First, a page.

Anyway, I wouldn't normally be too bothered with this but for Ben White blogging the Boston Globe seeking a scholars' opinions on what happened those 40 years ago and why. One such scholar was Alan Dershowitz (uh oh!).
"I thought of it as an act of violence motivated by hatred of Israel and of anybody who supported Israel," said Alan Dershowitz, a Harvard law professor who had worked on Kennedy's campaign as a volunteer adviser on gun-control policy. "It was in some ways the beginning of Islamic terrorism in America. It was the first shot. A lot of us didn't recognize it at the time."It is interesting that more wasn't made of the background and the motivation of Sirhan Sirhan and you can look at the rest of the article to see the inaction of for example the ADL over that. But look at these letters to the Globe following Dershowitz's "analysis".
What is very strange about Dershowitz's scholarly view on islamist terror by a Christian is that the article mentions that Sirhan Sirhan was a Christian. Why didn't the writer correct Dershowitz? Why did the writer run his quote at all? It's a funny old globe.
I WAS dismayed that Alan Dershowitz referred to Sirhan Sirhan's assassination of Robert F. Kennedy as the "beginning of Islamic terrorism in America" ("Slaying gave US a first taste of Mideast terror," Page A1, June 5).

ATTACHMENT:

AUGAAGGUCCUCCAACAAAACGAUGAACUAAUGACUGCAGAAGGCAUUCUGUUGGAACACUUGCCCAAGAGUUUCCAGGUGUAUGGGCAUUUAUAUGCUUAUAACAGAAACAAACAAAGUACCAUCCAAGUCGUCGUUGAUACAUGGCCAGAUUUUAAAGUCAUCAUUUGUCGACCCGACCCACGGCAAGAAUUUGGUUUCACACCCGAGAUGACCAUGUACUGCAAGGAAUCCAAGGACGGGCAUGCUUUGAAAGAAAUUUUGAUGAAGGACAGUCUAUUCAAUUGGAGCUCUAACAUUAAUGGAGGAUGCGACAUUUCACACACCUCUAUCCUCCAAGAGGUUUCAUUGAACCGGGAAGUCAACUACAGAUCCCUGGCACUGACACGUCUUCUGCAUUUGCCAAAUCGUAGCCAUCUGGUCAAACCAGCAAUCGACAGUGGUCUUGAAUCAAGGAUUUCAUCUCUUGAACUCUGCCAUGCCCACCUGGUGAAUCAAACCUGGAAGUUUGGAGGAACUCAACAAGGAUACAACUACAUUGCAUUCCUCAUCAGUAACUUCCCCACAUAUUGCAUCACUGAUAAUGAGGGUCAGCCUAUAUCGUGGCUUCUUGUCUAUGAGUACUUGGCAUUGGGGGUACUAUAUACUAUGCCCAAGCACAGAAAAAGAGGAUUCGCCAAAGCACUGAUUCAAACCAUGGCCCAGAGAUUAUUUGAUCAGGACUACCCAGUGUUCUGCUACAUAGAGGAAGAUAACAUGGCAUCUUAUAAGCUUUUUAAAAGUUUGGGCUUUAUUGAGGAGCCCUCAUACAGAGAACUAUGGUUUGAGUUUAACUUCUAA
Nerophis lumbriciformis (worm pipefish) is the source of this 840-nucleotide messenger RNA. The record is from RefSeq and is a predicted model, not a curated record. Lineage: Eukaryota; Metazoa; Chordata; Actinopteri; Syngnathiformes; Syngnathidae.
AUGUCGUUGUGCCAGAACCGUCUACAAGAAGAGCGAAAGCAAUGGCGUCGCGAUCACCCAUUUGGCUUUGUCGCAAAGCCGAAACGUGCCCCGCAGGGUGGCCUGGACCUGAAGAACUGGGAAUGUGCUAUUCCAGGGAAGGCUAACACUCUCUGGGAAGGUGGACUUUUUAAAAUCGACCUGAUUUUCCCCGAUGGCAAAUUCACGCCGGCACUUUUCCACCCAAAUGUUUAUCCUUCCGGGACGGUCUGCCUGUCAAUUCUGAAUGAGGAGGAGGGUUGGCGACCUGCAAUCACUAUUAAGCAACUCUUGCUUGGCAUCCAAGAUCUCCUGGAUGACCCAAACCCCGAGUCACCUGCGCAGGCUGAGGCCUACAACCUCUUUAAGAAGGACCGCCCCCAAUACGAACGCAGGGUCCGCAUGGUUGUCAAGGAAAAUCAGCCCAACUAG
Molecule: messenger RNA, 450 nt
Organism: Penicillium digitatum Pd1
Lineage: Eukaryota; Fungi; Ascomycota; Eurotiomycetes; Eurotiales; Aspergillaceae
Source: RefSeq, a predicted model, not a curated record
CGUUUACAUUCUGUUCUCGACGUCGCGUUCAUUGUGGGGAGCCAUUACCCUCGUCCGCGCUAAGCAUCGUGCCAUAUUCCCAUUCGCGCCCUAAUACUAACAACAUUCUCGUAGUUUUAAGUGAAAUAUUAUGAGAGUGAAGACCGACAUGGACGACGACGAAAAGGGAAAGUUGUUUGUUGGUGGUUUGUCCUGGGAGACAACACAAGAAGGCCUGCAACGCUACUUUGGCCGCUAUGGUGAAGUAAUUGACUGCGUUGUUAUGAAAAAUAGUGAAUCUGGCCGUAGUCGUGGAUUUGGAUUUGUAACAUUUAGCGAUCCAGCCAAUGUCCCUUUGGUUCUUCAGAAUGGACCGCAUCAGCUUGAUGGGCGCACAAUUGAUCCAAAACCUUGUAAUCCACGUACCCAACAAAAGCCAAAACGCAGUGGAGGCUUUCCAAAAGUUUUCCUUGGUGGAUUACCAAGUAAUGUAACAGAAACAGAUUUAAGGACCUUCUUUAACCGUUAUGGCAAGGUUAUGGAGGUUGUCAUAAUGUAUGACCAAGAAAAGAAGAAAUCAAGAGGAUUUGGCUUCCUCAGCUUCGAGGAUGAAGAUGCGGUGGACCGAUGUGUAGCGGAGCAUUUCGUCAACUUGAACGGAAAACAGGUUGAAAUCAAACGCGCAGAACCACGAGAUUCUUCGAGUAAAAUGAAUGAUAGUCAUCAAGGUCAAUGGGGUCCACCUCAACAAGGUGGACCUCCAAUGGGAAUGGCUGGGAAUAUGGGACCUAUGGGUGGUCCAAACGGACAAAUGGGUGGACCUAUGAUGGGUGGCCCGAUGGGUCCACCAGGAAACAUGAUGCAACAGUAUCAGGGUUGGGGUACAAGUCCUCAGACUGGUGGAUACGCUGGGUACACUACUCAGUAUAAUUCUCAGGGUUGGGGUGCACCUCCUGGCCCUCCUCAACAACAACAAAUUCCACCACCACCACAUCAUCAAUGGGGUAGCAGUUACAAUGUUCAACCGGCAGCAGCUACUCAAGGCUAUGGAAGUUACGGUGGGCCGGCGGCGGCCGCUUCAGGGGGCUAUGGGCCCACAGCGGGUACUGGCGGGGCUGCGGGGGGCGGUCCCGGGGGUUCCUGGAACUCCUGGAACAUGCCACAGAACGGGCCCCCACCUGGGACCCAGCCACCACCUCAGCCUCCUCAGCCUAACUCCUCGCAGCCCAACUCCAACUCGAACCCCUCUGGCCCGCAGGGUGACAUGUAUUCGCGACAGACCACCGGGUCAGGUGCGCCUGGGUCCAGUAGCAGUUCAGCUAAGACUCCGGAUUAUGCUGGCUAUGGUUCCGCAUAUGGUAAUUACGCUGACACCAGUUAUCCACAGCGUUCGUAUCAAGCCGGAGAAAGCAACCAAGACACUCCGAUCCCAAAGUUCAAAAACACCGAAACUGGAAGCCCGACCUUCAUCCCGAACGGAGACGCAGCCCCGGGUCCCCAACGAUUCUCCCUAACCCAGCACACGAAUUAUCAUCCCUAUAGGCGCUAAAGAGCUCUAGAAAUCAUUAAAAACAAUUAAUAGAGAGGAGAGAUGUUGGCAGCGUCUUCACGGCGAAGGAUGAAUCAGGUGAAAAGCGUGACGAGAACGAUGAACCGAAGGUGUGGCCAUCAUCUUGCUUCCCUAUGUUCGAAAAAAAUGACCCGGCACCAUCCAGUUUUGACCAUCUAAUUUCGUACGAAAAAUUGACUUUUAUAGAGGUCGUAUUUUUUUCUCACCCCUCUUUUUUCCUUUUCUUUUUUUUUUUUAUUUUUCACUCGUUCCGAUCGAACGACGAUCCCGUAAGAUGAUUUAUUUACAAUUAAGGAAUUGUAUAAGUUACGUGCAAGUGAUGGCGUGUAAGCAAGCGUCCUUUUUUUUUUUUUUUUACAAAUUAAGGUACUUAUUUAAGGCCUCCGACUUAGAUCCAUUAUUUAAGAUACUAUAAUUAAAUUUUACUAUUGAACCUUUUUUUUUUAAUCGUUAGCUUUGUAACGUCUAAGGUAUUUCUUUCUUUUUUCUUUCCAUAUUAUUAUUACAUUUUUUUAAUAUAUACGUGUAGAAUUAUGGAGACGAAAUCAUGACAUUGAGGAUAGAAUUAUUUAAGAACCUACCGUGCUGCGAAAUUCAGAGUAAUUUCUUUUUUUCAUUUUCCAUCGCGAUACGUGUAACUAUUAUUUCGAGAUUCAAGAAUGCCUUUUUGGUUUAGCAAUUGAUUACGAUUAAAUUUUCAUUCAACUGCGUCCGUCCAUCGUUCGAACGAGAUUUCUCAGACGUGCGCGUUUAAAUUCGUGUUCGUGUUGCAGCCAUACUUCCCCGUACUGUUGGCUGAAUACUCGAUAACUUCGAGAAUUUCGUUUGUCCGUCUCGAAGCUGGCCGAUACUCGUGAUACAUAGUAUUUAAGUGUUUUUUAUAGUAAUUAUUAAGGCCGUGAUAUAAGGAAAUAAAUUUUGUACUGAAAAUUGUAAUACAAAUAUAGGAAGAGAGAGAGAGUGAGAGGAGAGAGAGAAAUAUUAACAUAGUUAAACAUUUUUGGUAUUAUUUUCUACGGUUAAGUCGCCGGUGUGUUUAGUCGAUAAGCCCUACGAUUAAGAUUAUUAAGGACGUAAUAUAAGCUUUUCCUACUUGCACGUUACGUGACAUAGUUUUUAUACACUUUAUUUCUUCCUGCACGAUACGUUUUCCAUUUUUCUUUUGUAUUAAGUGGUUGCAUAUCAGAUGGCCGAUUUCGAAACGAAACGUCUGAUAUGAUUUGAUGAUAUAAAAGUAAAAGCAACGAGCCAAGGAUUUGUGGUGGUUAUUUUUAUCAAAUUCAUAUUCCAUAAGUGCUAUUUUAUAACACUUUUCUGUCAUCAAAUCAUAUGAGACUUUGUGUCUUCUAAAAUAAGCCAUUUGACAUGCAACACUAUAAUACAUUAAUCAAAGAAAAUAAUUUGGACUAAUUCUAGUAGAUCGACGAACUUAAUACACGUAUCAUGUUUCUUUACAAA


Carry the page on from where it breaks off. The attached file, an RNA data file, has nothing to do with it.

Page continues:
Sirhan, a Christian Palestinian immigrant, said he was angry at Kennedy because he supported Israel in the 1967 war over the rights of the Palestinians. This was an instance of one Christian killing another Christian for political, not religious, reasons.
Why does Dershowitz conflate Palestinian with Islamic, other than to spread fear of Muslims? I think it is for a similar reason that he equates Israel with Judaism. Therefore, any criticism of Israel's policies toward Palestinians can be denounced as anti-Semitic.
ATTEMPTS TO spin the tragic assassination of Robert Kennedy as a prelude to today's problems between the United States and the Middle East collapse under the weight of the facts.
Alan Dershowitz's suggestion that a 40-year-old crime committed by a lone gunman - a Christian Arab who moved to the United States at age 12 - could be plausibly counted as "the beginning of Islamic terrorism in America" strains credulity. This is as absurd as Ayman al-Zawahiri's claim that the modern state of Israel is a direct extension of the medieval Crusades. Such illogical readings of the past do nothing to advance the mutual understanding between peoples that is so urgently required in today's world.
I don't fully agree with the second letter. Maybe zionism isn't a direct extension of the crusades but it is a bit of a re-run.